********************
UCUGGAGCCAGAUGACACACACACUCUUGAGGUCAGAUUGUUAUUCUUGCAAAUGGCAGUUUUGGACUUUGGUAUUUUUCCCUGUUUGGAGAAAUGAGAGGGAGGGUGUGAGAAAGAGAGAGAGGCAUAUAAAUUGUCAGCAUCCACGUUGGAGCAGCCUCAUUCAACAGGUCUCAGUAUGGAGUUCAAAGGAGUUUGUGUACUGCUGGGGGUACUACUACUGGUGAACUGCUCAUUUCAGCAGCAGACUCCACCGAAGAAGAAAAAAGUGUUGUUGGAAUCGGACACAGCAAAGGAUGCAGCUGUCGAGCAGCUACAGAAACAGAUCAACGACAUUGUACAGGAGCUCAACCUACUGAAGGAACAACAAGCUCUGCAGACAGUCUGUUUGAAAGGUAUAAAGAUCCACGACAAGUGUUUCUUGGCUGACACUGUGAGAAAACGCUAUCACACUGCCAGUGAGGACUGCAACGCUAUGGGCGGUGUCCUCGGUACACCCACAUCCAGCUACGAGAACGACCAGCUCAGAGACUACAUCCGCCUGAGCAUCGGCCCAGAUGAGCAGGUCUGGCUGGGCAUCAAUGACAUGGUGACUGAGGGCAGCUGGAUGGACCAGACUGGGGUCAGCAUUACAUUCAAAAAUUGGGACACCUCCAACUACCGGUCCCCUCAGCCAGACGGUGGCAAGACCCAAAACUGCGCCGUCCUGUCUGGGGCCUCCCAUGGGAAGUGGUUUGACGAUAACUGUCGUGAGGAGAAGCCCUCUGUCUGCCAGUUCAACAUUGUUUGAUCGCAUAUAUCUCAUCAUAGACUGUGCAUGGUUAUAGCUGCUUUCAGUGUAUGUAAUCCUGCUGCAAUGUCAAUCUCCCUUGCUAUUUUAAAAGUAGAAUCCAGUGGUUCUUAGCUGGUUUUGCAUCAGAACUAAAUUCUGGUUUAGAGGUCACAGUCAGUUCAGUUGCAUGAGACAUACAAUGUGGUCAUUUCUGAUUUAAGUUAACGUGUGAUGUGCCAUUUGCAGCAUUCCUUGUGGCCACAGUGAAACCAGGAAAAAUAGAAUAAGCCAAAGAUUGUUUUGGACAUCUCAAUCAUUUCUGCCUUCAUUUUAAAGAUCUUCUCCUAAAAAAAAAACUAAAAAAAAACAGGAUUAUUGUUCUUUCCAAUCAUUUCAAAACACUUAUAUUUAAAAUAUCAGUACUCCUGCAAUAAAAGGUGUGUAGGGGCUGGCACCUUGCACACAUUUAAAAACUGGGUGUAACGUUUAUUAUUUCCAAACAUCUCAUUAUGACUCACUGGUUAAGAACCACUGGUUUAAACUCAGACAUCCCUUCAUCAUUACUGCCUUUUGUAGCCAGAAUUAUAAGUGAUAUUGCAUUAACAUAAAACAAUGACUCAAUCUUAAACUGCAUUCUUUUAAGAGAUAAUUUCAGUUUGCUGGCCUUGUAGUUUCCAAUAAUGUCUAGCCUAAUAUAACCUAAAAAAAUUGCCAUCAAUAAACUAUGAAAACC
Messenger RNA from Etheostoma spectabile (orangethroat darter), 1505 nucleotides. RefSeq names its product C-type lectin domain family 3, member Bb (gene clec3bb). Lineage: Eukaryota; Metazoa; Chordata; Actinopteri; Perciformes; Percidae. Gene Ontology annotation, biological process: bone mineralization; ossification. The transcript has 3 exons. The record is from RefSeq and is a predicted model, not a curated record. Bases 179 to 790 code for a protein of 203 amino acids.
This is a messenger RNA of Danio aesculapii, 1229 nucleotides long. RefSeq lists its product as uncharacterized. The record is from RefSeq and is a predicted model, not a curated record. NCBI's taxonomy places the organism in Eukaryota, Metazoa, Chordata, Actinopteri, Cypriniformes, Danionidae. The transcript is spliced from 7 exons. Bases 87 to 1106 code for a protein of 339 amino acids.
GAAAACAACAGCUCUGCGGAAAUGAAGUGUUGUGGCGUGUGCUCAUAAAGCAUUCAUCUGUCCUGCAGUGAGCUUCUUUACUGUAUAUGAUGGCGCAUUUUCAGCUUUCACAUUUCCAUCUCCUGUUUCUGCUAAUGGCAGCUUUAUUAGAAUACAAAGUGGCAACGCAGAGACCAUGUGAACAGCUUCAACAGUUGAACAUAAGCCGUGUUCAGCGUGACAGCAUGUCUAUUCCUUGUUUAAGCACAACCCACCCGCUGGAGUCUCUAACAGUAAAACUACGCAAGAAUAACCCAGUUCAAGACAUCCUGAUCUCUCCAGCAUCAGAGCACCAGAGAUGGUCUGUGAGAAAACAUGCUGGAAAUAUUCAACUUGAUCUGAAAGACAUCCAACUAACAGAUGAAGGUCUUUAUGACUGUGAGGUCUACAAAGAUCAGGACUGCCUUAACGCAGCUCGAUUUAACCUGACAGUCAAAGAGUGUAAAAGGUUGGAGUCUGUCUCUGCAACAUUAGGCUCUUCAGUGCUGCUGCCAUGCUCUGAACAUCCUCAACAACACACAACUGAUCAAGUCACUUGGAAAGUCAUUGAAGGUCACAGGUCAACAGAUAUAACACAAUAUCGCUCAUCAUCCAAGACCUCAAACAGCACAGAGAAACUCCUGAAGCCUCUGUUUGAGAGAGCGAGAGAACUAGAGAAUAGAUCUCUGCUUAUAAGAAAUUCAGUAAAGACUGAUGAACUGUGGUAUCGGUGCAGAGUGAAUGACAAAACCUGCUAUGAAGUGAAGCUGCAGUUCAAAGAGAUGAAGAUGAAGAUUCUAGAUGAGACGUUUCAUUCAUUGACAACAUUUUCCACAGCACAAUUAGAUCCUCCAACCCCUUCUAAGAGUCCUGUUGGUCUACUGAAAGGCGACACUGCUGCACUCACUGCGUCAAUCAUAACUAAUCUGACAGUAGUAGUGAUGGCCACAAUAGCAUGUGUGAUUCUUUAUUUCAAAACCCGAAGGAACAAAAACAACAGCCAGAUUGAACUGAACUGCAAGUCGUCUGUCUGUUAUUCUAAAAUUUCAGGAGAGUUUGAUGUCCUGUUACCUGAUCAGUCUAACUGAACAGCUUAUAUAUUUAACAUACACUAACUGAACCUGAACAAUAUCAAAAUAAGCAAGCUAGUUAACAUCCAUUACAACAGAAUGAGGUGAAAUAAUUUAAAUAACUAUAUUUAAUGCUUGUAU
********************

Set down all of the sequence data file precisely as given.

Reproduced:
UCUGGAGCCAGAUGACACACACACUCUUGAGGUCAGAUUGUUAUUCUUGCAAAUGGCAGUUUUGGACUUUGGUAUUUUUCCCUGUUUGGAGAAAUGAGAGGGAGGGUGUGAGAAAGAGAGAGAGGCAUAUAAAUUGUCAGCAUCCACGUUGGAGCAGCCUCAUUCAACAGGUCUCAGUAUGGAGUUCAAAGGAGUUUGUGUACUGCUGGGGGUACUACUACUGGUGAACUGCUCAUUUCAGCAGCAGACUCCACCGAAGAAGAAAAAAGUGUUGUUGGAAUCGGACACAGCAAAGGAUGCAGCUGUCGAGCAGCUACAGAAACAGAUCAACGACAUUGUACAGGAGCUCAACCUACUGAAGGAACAACAAGCUCUGCAGACAGUCUGUUUGAAAGGUAUAAAGAUCCACGACAAGUGUUUCUUGGCUGACACUGUGAGAAAACGCUAUCACACUGCCAGUGAGGACUGCAACGCUAUGGGCGGUGUCCUCGGUACACCCACAUCCAGCUACGAGAACGACCAGCUCAGAGACUACAUCCGCCUGAGCAUCGGCCCAGAUGAGCAGGUCUGGCUGGGCAUCAAUGACAUGGUGACUGAGGGCAGCUGGAUGGACCAGACUGGGGUCAGCAUUACAUUCAAAAAUUGGGACACCUCCAACUACCGGUCCCCUCAGCCAGACGGUGGCAAGACCCAAAACUGCGCCGUCCUGUCUGGGGCCUCCCAUGGGAAGUGGUUUGACGAUAACUGUCGUGAGGAGAAGCCCUCUGUCUGCCAGUUCAACAUUGUUUGAUCGCAUAUAUCUCAUCAUAGACUGUGCAUGGUUAUAGCUGCUUUCAGUGUAUGUAAUCCUGCUGCAAUGUCAAUCUCCCUUGCUAUUUUAAAAGUAGAAUCCAGUGGUUCUUAGCUGGUUUUGCAUCAGAACUAAAUUCUGGUUUAGAGGUCACAGUCAGUUCAGUUGCAUGAGACAUACAAUGUGGUCAUUUCUGAUUUAAGUUAACGUGUGAUGUGCCAUUUGCAGCAUUCCUUGUGGCCACAGUGAAACCAGGAAAAAUAGAAUAAGCCAAAGAUUGUUUUGGACAUCUCAAUCAUUUCUGCCUUCAUUUUAAAGAUCUUCUCCUAAAAAAAAAACUAAAAAAAAACAGGAUUAUUGUUCUUUCCAAUCAUUUCAAAACACUUAUAUUUAAAAUAUCAGUACUCCUGCAAUAAAAGGUGUGUAGGGGCUGGCACCUUGCACACAUUUAAAAACUGGGUGUAACGUUUAUUAUUUCCAAACAUCUCAUUAUGACUCACUGGUUAAGAACCACUGGUUUAAACUCAGACAUCCCUUCAUCAUUACUGCCUUUUGUAGCCAGAAUUAUAAGUGAUAUUGCAUUAACAUAAAACAAUGACUCAAUCUUAAACUGCAUUCUUUUAAGAGAUAAUUUCAGUUUGCUGGCCUUGUAGUUUCCAAUAAUGUCUAGCCUAAUAUAACCUAAAAAAAUUGCCAUCAAUAAACUAUGAAAACC
Messenger RNA from Etheostoma spectabile (orangethroat darter), 1505 nucleotides. RefSeq names its product C-type lectin domain family 3, member Bb (gene clec3bb). Lineage: Eukaryota; Metazoa; Chordata; Actinopteri; Perciformes; Percidae. Gene Ontology annotation, biological process: bone mineralization; ossification. The transcript has 3 exons. The record is from RefSeq and is a predicted model, not a curated record. Bases 179 to 790 code for a protein of 203 amino acids.
This is a messenger RNA of Danio aesculapii, 1229 nucleotides long. RefSeq lists its product as uncharacterized. The record is from RefSeq and is a predicted model, not a curated record. NCBI's taxonomy places the organism in Eukaryota, Metazoa, Chordata, Actinopteri, Cypriniformes, Danionidae. The transcript is spliced from 7 exons. Bases 87 to 1106 code for a protein of 339 amino acids.
GAAAACAACAGCUCUGCGGAAAUGAAGUGUUGUGGCGUGUGCUCAUAAAGCAUUCAUCUGUCCUGCAGUGAGCUUCUUUACUGUAUAUGAUGGCGCAUUUUCAGCUUUCACAUUUCCAUCUCCUGUUUCUGCUAAUGGCAGCUUUAUUAGAAUACAAAGUGGCAACGCAGAGACCAUGUGAACAGCUUCAACAGUUGAACAUAAGCCGUGUUCAGCGUGACAGCAUGUCUAUUCCUUGUUUAAGCACAACCCACCCGCUGGAGUCUCUAACAGUAAAACUACGCAAGAAUAACCCAGUUCAAGACAUCCUGAUCUCUCCAGCAUCAGAGCACCAGAGAUGGUCUGUGAGAAAACAUGCUGGAAAUAUUCAACUUGAUCUGAAAGACAUCCAACUAACAGAUGAAGGUCUUUAUGACUGUGAGGUCUACAAAGAUCAGGACUGCCUUAACGCAGCUCGAUUUAACCUGACAGUCAAAGAGUGUAAAAGGUUGGAGUCUGUCUCUGCAACAUUAGGCUCUUCAGUGCUGCUGCCAUGCUCUGAACAUCCUCAACAACACACAACUGAUCAAGUCACUUGGAAAGUCAUUGAAGGUCACAGGUCAACAGAUAUAACACAAUAUCGCUCAUCAUCCAAGACCUCAAACAGCACAGAGAAACUCCUGAAGCCUCUGUUUGAGAGAGCGAGAGAACUAGAGAAUAGAUCUCUGCUUAUAAGAAAUUCAGUAAAGACUGAUGAACUGUGGUAUCGGUGCAGAGUGAAUGACAAAACCUGCUAUGAAGUGAAGCUGCAGUUCAAAGAGAUGAAGAUGAAGAUUCUAGAUGAGACGUUUCAUUCAUUGACAACAUUUUCCACAGCACAAUUAGAUCCUCCAACCCCUUCUAAGAGUCCUGUUGGUCUACUGAAAGGCGACACUGCUGCACUCACUGCGUCAAUCAUAACUAAUCUGACAGUAGUAGUGAUGGCCACAAUAGCAUGUGUGAUUCUUUAUUUCAAAACCCGAAGGAACAAAAACAACAGCCAGAUUGAACUGAACUGCAAGUCGUCUGUCUGUUAUUCUAAAAUUUCAGGAGAGUUUGAUGUCCUGUUACCUGAUCAGUCUAACUGAACAGCUUAUAUAUUUAACAUACACUAACUGAACCUGAACAAUAUCAAAAUAAGCAAGCUAGUUAACAUCCAUUACAACAGAAUGAGGUGAAAUAAUUUAAAUAACUAUAUUUAAUGCUUGUAU